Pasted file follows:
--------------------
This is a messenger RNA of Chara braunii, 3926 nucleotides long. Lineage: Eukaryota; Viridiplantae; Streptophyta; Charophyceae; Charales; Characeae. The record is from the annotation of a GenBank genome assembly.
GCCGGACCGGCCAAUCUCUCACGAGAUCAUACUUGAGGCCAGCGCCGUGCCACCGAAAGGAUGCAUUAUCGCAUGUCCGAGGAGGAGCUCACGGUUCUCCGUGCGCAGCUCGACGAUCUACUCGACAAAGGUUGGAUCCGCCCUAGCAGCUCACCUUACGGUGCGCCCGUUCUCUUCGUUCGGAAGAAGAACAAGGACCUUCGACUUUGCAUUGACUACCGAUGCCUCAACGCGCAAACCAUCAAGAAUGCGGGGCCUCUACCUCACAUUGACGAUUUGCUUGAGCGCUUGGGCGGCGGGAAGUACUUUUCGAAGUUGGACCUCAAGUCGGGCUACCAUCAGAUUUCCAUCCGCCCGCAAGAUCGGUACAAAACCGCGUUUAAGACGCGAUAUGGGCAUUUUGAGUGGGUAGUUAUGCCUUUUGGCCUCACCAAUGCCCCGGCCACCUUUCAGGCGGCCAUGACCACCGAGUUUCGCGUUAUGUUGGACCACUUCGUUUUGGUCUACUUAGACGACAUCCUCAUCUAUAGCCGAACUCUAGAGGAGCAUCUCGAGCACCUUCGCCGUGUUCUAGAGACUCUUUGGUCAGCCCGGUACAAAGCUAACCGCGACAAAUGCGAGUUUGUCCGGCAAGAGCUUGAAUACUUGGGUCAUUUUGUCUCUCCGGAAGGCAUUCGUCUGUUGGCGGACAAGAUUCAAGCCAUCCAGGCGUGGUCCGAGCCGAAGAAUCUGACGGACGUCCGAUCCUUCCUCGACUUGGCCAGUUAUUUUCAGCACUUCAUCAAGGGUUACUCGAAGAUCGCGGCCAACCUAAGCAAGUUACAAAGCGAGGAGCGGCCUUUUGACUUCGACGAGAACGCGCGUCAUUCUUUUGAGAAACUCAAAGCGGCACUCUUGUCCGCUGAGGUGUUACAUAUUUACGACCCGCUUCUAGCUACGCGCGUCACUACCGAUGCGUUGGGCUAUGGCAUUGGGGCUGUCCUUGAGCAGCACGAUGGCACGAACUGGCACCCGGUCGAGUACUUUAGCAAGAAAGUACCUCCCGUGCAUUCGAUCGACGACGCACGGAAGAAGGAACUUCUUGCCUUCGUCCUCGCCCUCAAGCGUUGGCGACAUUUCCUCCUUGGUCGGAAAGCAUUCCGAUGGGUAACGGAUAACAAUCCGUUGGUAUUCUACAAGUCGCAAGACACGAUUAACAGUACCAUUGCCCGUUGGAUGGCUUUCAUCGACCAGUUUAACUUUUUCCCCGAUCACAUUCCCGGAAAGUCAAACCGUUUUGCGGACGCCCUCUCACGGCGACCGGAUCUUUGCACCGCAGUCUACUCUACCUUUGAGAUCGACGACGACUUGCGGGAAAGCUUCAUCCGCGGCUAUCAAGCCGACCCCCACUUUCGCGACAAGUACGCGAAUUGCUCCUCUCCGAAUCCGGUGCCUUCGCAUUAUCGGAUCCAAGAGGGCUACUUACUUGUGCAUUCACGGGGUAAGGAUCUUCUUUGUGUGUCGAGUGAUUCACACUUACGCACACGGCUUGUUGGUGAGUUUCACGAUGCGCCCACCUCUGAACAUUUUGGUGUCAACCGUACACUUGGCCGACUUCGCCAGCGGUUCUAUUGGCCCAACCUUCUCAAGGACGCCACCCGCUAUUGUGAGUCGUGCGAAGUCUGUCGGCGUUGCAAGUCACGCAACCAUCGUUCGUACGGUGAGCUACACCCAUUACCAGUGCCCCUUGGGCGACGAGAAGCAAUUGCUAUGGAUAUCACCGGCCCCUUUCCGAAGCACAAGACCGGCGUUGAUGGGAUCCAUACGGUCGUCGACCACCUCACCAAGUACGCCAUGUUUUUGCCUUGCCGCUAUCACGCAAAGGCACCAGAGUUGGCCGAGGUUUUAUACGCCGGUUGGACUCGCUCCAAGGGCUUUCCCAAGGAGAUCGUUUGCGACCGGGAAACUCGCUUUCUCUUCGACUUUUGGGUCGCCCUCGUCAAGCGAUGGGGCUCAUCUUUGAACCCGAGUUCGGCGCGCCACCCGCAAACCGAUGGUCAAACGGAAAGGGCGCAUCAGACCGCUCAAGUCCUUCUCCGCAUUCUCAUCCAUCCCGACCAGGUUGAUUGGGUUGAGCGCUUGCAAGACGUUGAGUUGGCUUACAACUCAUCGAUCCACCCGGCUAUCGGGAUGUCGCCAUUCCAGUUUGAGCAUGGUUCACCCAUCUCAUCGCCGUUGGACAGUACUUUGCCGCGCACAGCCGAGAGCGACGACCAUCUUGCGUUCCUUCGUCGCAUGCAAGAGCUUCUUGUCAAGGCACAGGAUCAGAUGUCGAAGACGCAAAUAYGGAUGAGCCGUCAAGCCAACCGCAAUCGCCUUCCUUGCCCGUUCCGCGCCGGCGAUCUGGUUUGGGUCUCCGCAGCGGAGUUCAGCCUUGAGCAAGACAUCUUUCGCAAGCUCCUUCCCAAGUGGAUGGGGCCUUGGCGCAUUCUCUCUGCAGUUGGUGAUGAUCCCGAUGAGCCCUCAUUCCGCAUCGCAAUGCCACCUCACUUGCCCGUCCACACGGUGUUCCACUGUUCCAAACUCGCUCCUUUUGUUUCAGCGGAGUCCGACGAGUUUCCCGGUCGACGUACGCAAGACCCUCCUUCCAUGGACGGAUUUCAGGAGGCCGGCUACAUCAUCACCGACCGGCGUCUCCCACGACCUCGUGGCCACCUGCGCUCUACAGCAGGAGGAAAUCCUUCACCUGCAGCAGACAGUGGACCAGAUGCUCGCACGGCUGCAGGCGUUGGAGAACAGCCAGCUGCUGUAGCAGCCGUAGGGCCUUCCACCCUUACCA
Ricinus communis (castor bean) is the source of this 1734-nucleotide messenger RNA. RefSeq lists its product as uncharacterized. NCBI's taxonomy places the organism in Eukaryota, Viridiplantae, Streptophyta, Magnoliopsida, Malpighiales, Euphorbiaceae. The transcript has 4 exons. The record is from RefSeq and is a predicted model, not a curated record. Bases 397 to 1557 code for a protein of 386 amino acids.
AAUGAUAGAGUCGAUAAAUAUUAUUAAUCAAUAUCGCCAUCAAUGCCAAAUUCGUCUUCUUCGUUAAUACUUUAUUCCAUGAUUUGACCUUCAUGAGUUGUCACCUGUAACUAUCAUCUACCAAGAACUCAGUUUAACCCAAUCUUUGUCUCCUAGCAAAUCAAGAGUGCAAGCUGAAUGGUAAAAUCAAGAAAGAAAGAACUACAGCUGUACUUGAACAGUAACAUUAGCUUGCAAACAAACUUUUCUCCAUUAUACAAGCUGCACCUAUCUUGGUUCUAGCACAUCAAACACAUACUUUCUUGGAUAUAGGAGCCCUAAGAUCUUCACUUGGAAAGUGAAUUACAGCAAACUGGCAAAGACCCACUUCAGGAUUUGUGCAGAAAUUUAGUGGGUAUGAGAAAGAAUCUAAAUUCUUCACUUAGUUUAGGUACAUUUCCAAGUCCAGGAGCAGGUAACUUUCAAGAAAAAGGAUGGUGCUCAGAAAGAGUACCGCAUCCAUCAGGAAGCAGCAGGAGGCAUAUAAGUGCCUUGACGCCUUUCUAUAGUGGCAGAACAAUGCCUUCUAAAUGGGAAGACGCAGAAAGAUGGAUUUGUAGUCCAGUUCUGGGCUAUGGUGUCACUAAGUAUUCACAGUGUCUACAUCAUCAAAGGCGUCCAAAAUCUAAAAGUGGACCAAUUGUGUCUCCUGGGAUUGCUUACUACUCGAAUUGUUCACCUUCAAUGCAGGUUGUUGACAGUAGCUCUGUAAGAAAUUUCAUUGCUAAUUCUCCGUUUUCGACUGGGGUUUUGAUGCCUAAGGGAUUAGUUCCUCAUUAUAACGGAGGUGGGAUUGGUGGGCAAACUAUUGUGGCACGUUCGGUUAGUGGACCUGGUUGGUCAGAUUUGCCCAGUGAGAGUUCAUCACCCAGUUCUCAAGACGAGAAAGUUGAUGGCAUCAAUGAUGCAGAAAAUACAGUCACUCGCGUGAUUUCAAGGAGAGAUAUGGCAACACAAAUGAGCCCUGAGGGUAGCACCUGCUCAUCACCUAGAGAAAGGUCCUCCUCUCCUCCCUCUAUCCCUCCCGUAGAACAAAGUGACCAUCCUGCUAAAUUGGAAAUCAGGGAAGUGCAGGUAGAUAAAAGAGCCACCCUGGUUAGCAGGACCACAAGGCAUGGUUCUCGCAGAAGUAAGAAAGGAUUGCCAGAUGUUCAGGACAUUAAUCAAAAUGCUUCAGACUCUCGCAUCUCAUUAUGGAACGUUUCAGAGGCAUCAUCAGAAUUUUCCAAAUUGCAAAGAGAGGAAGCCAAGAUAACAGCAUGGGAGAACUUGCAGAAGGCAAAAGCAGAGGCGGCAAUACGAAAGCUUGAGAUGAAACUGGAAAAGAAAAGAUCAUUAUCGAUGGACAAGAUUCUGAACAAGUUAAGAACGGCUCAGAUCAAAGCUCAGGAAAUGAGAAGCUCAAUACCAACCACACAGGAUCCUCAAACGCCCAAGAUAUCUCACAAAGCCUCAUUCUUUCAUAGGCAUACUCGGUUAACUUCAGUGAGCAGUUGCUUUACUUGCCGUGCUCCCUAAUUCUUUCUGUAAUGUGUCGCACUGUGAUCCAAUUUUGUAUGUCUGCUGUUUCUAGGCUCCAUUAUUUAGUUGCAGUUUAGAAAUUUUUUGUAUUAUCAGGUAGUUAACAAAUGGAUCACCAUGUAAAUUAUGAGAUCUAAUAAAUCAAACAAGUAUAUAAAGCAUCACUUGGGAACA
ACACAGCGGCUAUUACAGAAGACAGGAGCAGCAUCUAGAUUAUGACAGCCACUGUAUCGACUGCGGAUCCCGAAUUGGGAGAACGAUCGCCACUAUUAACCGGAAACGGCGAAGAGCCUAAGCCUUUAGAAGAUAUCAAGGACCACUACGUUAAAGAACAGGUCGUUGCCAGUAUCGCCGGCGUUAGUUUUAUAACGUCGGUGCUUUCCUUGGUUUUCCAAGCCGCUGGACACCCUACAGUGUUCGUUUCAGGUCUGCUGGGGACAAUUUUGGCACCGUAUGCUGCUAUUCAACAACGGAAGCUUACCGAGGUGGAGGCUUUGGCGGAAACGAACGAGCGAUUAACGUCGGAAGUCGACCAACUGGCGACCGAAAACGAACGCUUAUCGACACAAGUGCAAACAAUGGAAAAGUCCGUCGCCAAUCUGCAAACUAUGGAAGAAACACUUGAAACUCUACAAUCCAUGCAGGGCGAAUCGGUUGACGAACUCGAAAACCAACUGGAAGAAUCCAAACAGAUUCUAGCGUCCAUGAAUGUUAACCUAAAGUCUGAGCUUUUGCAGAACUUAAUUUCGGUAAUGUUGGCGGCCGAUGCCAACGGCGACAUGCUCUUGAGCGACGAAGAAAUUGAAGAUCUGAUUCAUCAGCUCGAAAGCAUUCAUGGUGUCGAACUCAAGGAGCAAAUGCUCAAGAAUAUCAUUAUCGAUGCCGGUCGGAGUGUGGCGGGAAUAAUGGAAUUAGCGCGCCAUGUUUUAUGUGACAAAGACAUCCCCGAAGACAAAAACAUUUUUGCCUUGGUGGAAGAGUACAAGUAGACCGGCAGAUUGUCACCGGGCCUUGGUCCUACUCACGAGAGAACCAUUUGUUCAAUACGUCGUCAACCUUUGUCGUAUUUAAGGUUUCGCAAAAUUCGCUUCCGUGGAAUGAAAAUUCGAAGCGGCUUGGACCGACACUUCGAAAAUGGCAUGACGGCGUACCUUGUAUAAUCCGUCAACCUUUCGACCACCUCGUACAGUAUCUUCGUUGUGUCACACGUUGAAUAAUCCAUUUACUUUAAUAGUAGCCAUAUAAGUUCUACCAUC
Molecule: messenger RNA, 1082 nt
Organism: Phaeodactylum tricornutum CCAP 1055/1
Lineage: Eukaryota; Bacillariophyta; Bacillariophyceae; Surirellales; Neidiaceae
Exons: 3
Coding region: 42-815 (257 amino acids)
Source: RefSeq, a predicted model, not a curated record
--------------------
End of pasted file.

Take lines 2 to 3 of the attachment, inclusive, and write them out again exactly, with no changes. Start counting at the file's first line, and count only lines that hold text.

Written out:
GCCGGACCGGCCAAUCUCUCACGAGAUCAUACUUGAGGCCAGCGCCGUGCCACCGAAAGGAUGCAUUAUCGCAUGUCCGAGGAGGAGCUCACGGUUCUCCGUGCGCAGCUCGACGAUCUACUCGACAAAGGUUGGAUCCGCCCUAGCAGCUCACCUUACGGUGCGCCCGUUCUCUUCGUUCGGAAGAAGAACAAGGACCUUCGACUUUGCAUUGACUACCGAUGCCUCAACGCGCAAACCAUCAAGAAUGCGGGGCCUCUACCUCACAUUGACGAUUUGCUUGAGCGCUUGGGCGGCGGGAAGUACUUUUCGAAGUUGGACCUCAAGUCGGGCUACCAUCAGAUUUCCAUCCGCCCGCAAGAUCGGUACAAAACCGCGUUUAAGACGCGAUAUGGGCAUUUUGAGUGGGUAGUUAUGCCUUUUGGCCUCACCAAUGCCCCGGCCACCUUUCAGGCGGCCAUGACCACCGAGUUUCGCGUUAUGUUGGACCACUUCGUUUUGGUCUACUUAGACGACAUCCUCAUCUAUAGCCGAACUCUAGAGGAGCAUCUCGAGCACCUUCGCCGUGUUCUAGAGACUCUUUGGUCAGCCCGGUACAAAGCUAACCGCGACAAAUGCGAGUUUGUCCGGCAAGAGCUUGAAUACUUGGGUCAUUUUGUCUCUCCGGAAGGCAUUCGUCUGUUGGCGGACAAGAUUCAAGCCAUCCAGGCGUGGUCCGAGCCGAAGAAUCUGACGGACGUCCGAUCCUUCCUCGACUUGGCCAGUUAUUUUCAGCACUUCAUCAAGGGUUACUCGAAGAUCGCGGCCAACCUAAGCAAGUUACAAAGCGAGGAGCGGCCUUUUGACUUCGACGAGAACGCGCGUCAUUCUUUUGAGAAACUCAAAGCGGCACUCUUGUCCGCUGAGGUGUUACAUAUUUACGACCCGCUUCUAGCUACGCGCGUCACUACCGAUGCGUUGGGCUAUGGCAUUGGGGCUGUCCUUGAGCAGCACGAUGGCACGAACUGGCACCCGGUCGAGUACUUUAGCAAGAAAGUACCUCCCGUGCAUUCGAUCGACGACGCACGGAAGAAGGAACUUCUUGCCUUCGUCCUCGCCCUCAAGCGUUGGCGACAUUUCCUCCUUGGUCGGAAAGCAUUCCGAUGGGUAACGGAUAACAAUCCGUUGGUAUUCUACAAGUCGCAAGACACGAUUAACAGUACCAUUGCCCGUUGGAUGGCUUUCAUCGACCAGUUUAACUUUUUCCCCGAUCACAUUCCCGGAAAGUCAAACCGUUUUGCGGACGCCCUCUCACGGCGACCGGAUCUUUGCACCGCAGUCUACUCUACCUUUGAGAUCGACGACGACUUGCGGGAAAGCUUCAUCCGCGGCUAUCAAGCCGACCCCCACUUUCGCGACAAGUACGCGAAUUGCUCCUCUCCGAAUCCGGUGCCUUCGCAUUAUCGGAUCCAAGAGGGCUACUUACUUGUGCAUUCACGGGGUAAGGAUCUUCUUUGUGUGUCGAGUGAUUCACACUUACGCACACGGCUUGUUGGUGAGUUUCACGAUGCGCCCACCUCUGAACAUUUUGGUGUCAACCGUACACUUGGCCGACUUCGCCAGCGGUUCUAUUGGCCCAACCUUCUCAAGGACGCCACCCGCUAUUGUGAGUCGUGCGAAGUCUGUCGGCGUUGCAAGUCACGCAACCAUCGUUCGUACGGUGAGCUACACCCAUUACCAGUGCCCCUUGGGCGACGAGAAGCAAUUGCUAUGGAUAUCACCGGCCCCUUUCCGAAGCACAAGACCGGCGUUGAUGGGAUCCAUACGGUCGUCGACCACCUCACCAAGUACGCCAUGUUUUUGCCUUGCCGCUAUCACGCAAAGGCACCAGAGUUGGCCGAGGUUUUAUACGCCGGUUGGACUCGCUCCAAGGGCUUUCCCAAGGAGAUCGUUUGCGACCGGGAAACUCGCUUUCUCUUCGACUUUUGGGUCGCCCUCGUCAAGCGAUGGGGCUCAUCUUUGAACCCGAGUUCGGCGCGCCACCCGCAAACCGAUGGUCAAACGGAAAGGGCGCAUCAGACCGCUCAAGUCCUUCUCCGCAUUCUCAUCCAUCCCGACCAGGUUGAUUGGGUUGAGCGCUUGCAAGACGUUGAGUUGGCUUACAACUCAUCGAUCCACCCGGCUAUCGGGAUGUCGCCAUUCCAGUUUGAGCAUGGUUCACCCAUCUCAUCGCCGUUGGACAGUACUUUGCCGCGCACAGCCGAGAGCGACGACCAUCUUGCGUUCCUUCGUCGCAUGCAAGAGCUUCUUGUCAAGGCACAGGAUCAGAUGUCGAAGACGCAAAUAYGGAUGAGCCGUCAAGCCAACCGCAAUCGCCUUCCUUGCCCGUUCCGCGCCGGCGAUCUGGUUUGGGUCUCCGCAGCGGAGUUCAGCCUUGAGCAAGACAUCUUUCGCAAGCUCCUUCCCAAGUGGAUGGGGCCUUGGCGCAUUCUCUCUGCAGUUGGUGAUGAUCCCGAUGAGCCCUCAUUCCGCAUCGCAAUGCCACCUCACUUGCCCGUCCACACGGUGUUCCACUGUUCCAAACUCGCUCCUUUUGUUUCAGCGGAGUCCGACGAGUUUCCCGGUCGACGUACGCAAGACCCUCCUUCCAUGGACGGAUUUCAGGAGGCCGGCUACAUCAUCACCGACCGGCGUCUCCCACGACCUCGUGGCCACCUGCGCUCUACAGCAGGAGGAAAUCCUUCACCUGCAGCAGACAGUGGACCAGAUGCUCGCACGGCUGCAGGCGUUGGAGAACAGCCAGCUGCUGUAGCAGCCGUAGGGCCUUCCACCCUUACCA
Ricinus communis (castor bean) is the source of this 1734-nucleotide messenger RNA. RefSeq lists its product as uncharacterized. NCBI's taxonomy places the organism in Eukaryota, Viridiplantae, Streptophyta, Magnoliopsida, Malpighiales, Euphorbiaceae. The transcript has 4 exons. The record is from RefSeq and is a predicted model, not a curated record. Bases 397 to 1557 code for a protein of 386 amino acids.